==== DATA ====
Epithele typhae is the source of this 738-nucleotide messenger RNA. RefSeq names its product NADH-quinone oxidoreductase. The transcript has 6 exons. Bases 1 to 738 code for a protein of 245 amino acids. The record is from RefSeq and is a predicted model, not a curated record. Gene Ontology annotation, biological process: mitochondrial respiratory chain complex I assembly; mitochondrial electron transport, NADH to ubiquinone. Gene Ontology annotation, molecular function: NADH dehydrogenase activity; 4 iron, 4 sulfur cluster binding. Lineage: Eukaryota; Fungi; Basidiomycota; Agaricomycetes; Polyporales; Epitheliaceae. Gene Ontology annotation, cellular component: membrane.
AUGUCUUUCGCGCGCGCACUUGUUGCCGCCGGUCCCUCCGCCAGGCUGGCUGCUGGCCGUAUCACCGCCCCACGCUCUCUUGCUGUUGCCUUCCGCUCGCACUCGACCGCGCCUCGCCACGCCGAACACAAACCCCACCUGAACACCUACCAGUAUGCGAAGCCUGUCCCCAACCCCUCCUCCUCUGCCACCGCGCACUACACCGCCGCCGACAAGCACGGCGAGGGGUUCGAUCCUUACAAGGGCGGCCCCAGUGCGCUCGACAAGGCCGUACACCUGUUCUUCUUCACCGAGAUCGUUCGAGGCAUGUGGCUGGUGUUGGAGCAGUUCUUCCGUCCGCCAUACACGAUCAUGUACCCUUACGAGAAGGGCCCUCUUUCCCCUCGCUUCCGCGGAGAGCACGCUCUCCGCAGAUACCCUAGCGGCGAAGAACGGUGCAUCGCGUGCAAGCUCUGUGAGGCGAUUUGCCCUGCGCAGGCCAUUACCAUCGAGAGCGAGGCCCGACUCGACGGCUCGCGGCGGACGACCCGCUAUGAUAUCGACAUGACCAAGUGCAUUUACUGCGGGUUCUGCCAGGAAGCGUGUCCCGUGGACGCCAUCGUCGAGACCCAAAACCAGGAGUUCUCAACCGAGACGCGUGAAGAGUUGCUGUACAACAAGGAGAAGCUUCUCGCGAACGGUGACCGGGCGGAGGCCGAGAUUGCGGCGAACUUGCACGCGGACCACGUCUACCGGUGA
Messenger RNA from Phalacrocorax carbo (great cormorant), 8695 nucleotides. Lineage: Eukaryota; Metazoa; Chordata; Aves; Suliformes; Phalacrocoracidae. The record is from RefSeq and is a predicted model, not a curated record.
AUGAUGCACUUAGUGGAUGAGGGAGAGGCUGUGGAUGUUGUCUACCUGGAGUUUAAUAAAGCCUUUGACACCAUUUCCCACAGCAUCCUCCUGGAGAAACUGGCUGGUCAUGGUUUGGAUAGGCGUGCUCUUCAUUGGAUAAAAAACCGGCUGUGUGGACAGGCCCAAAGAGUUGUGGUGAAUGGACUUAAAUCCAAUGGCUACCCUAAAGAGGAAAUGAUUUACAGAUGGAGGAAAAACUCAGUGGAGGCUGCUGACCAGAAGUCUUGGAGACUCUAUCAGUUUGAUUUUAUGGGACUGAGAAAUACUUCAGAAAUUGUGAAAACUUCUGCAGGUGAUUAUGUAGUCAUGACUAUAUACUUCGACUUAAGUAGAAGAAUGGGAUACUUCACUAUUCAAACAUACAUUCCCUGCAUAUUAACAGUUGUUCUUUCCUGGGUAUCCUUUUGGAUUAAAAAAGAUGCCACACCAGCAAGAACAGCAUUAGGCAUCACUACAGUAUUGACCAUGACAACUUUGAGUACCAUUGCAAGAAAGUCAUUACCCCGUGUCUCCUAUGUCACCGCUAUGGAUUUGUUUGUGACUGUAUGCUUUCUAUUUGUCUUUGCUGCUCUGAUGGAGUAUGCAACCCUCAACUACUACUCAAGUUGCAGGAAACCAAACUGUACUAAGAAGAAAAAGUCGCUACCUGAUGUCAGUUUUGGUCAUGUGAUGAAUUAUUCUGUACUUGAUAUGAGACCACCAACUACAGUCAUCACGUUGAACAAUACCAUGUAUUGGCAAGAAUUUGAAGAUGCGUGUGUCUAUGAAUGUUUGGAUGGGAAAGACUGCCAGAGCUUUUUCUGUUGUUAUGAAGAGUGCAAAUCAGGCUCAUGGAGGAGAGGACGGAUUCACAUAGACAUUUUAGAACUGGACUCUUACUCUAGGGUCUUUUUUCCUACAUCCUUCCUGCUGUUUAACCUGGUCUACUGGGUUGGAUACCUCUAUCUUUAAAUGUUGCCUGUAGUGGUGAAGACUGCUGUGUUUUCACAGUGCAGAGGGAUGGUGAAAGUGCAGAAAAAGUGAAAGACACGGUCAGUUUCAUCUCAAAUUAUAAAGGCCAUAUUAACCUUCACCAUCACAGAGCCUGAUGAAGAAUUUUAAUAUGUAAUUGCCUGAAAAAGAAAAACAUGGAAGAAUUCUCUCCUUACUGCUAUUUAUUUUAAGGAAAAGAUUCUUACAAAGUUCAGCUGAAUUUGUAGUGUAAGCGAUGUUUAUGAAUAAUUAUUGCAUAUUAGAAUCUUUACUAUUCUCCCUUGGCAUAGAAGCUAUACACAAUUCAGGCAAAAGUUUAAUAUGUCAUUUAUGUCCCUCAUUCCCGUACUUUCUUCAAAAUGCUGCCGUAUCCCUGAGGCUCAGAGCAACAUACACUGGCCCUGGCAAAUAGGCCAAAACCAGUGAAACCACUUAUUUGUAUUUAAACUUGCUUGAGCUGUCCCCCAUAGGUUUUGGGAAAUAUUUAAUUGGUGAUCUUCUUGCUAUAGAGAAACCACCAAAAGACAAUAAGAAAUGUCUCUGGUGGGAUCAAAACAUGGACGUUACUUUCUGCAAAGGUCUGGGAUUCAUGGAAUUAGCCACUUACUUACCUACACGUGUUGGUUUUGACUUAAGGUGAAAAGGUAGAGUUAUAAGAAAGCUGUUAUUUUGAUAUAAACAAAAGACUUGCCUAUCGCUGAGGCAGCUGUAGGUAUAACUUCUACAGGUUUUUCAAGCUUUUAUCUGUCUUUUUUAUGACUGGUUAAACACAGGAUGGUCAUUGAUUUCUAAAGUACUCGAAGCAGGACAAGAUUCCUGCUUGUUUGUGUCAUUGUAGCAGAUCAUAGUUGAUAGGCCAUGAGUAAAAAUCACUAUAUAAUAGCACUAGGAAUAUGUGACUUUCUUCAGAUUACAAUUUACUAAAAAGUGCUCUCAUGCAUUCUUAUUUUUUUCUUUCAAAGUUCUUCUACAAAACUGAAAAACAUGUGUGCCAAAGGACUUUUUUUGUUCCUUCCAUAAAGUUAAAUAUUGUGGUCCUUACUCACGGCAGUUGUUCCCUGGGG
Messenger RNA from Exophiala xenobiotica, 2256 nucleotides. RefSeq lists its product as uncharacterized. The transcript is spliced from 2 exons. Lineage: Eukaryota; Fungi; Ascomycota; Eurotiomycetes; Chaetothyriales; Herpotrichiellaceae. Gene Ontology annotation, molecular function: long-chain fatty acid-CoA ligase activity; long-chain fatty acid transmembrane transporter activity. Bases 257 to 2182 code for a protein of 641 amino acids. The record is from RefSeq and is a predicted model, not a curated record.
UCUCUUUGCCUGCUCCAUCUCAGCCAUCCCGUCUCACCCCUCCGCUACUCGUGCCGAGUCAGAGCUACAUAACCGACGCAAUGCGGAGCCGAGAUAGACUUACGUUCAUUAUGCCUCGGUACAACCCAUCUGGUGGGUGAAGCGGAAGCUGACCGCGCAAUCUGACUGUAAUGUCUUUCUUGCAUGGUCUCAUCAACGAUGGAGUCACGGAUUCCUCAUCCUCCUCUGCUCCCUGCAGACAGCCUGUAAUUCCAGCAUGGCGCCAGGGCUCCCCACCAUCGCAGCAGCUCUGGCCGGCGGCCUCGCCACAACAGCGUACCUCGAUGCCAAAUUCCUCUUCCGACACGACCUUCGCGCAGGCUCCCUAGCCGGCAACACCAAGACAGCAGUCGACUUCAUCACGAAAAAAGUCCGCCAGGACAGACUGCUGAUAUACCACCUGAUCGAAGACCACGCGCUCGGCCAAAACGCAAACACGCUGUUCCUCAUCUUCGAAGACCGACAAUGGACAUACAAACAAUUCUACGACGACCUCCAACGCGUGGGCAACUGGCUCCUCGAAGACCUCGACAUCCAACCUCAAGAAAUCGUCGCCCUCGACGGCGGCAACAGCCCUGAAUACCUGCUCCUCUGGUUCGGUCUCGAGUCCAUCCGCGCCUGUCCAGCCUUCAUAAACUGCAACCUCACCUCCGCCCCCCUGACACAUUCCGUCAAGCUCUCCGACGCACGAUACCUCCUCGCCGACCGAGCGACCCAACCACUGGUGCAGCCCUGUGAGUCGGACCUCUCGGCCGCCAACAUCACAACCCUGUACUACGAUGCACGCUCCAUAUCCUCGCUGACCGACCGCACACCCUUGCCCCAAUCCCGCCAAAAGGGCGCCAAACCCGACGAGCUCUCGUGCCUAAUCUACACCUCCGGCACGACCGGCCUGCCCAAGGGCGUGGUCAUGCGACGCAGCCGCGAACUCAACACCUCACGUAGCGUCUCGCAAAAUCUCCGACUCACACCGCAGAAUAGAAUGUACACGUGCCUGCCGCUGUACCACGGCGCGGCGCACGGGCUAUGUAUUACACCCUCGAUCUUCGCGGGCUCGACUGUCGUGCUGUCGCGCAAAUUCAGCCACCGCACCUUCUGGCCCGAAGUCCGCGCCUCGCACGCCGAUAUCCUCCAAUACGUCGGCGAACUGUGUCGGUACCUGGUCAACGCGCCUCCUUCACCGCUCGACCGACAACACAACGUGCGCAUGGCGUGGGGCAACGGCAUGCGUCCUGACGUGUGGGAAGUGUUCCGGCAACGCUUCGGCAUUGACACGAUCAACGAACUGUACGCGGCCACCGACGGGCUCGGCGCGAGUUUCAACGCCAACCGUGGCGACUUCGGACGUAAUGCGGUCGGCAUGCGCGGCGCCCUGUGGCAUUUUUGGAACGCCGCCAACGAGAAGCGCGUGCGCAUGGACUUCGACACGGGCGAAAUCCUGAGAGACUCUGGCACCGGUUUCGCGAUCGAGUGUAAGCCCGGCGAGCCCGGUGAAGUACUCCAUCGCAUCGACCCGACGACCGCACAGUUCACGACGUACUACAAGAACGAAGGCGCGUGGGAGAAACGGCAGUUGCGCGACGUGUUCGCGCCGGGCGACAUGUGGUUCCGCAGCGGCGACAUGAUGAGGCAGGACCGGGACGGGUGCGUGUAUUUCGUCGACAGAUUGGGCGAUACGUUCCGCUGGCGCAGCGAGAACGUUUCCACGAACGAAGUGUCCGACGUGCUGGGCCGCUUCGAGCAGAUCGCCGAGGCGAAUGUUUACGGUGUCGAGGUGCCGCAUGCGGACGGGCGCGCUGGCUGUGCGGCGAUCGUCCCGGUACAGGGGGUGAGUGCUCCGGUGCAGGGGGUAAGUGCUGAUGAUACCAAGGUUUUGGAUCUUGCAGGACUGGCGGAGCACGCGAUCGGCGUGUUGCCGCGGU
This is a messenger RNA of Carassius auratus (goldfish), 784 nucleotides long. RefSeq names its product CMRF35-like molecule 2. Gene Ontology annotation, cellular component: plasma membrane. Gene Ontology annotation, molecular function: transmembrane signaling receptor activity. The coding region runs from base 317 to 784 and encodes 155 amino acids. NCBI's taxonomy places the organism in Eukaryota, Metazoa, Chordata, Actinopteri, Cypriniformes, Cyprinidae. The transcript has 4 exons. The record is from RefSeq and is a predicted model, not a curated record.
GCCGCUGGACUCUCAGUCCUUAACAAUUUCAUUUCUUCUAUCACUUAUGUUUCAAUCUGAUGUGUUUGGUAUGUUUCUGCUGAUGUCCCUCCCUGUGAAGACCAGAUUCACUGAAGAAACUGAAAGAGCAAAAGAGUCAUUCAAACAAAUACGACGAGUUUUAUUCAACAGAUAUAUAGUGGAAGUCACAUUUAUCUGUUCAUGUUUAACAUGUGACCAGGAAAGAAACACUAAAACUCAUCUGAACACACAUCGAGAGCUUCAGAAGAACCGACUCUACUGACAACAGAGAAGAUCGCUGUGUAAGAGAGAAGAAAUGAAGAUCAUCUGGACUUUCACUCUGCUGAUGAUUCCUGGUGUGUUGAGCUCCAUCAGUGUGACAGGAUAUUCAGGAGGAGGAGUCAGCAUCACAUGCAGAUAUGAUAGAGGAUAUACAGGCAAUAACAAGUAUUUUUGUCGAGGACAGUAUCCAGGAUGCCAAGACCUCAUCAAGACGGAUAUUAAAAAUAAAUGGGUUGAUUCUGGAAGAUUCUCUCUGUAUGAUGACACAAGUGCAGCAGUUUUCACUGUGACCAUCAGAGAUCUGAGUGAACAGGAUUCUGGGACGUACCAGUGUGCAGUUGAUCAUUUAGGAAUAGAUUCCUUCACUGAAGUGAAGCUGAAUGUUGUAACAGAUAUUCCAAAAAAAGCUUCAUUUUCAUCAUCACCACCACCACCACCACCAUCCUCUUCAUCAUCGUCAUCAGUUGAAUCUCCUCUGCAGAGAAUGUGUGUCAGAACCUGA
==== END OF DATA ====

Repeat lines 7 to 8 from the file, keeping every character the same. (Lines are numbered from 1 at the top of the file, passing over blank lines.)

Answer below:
This is a messenger RNA of Carassius auratus (goldfish), 784 nucleotides long. RefSeq names its product CMRF35-like molecule 2. Gene Ontology annotation, cellular component: plasma membrane. Gene Ontology annotation, molecular function: transmembrane signaling receptor activity. The coding region runs from base 317 to 784 and encodes 155 amino acids. NCBI's taxonomy places the organism in Eukaryota, Metazoa, Chordata, Actinopteri, Cypriniformes, Cyprinidae. The transcript has 4 exons. The record is from RefSeq and is a predicted model, not a curated record.
GCCGCUGGACUCUCAGUCCUUAACAAUUUCAUUUCUUCUAUCACUUAUGUUUCAAUCUGAUGUGUUUGGUAUGUUUCUGCUGAUGUCCCUCCCUGUGAAGACCAGAUUCACUGAAGAAACUGAAAGAGCAAAAGAGUCAUUCAAACAAAUACGACGAGUUUUAUUCAACAGAUAUAUAGUGGAAGUCACAUUUAUCUGUUCAUGUUUAACAUGUGACCAGGAAAGAAACACUAAAACUCAUCUGAACACACAUCGAGAGCUUCAGAAGAACCGACUCUACUGACAACAGAGAAGAUCGCUGUGUAAGAGAGAAGAAAUGAAGAUCAUCUGGACUUUCACUCUGCUGAUGAUUCCUGGUGUGUUGAGCUCCAUCAGUGUGACAGGAUAUUCAGGAGGAGGAGUCAGCAUCACAUGCAGAUAUGAUAGAGGAUAUACAGGCAAUAACAAGUAUUUUUGUCGAGGACAGUAUCCAGGAUGCCAAGACCUCAUCAAGACGGAUAUUAAAAAUAAAUGGGUUGAUUCUGGAAGAUUCUCUCUGUAUGAUGACACAAGUGCAGCAGUUUUCACUGUGACCAUCAGAGAUCUGAGUGAACAGGAUUCUGGGACGUACCAGUGUGCAGUUGAUCAUUUAGGAAUAGAUUCCUUCACUGAAGUGAAGCUGAAUGUUGUAACAGAUAUUCCAAAAAAAGCUUCAUUUUCAUCAUCACCACCACCACCACCACCAUCCUCUUCAUCAUCGUCAUCAGUUGAAUCUCCUCUGCAGAGAAUGUGUGUCAGAACCUGA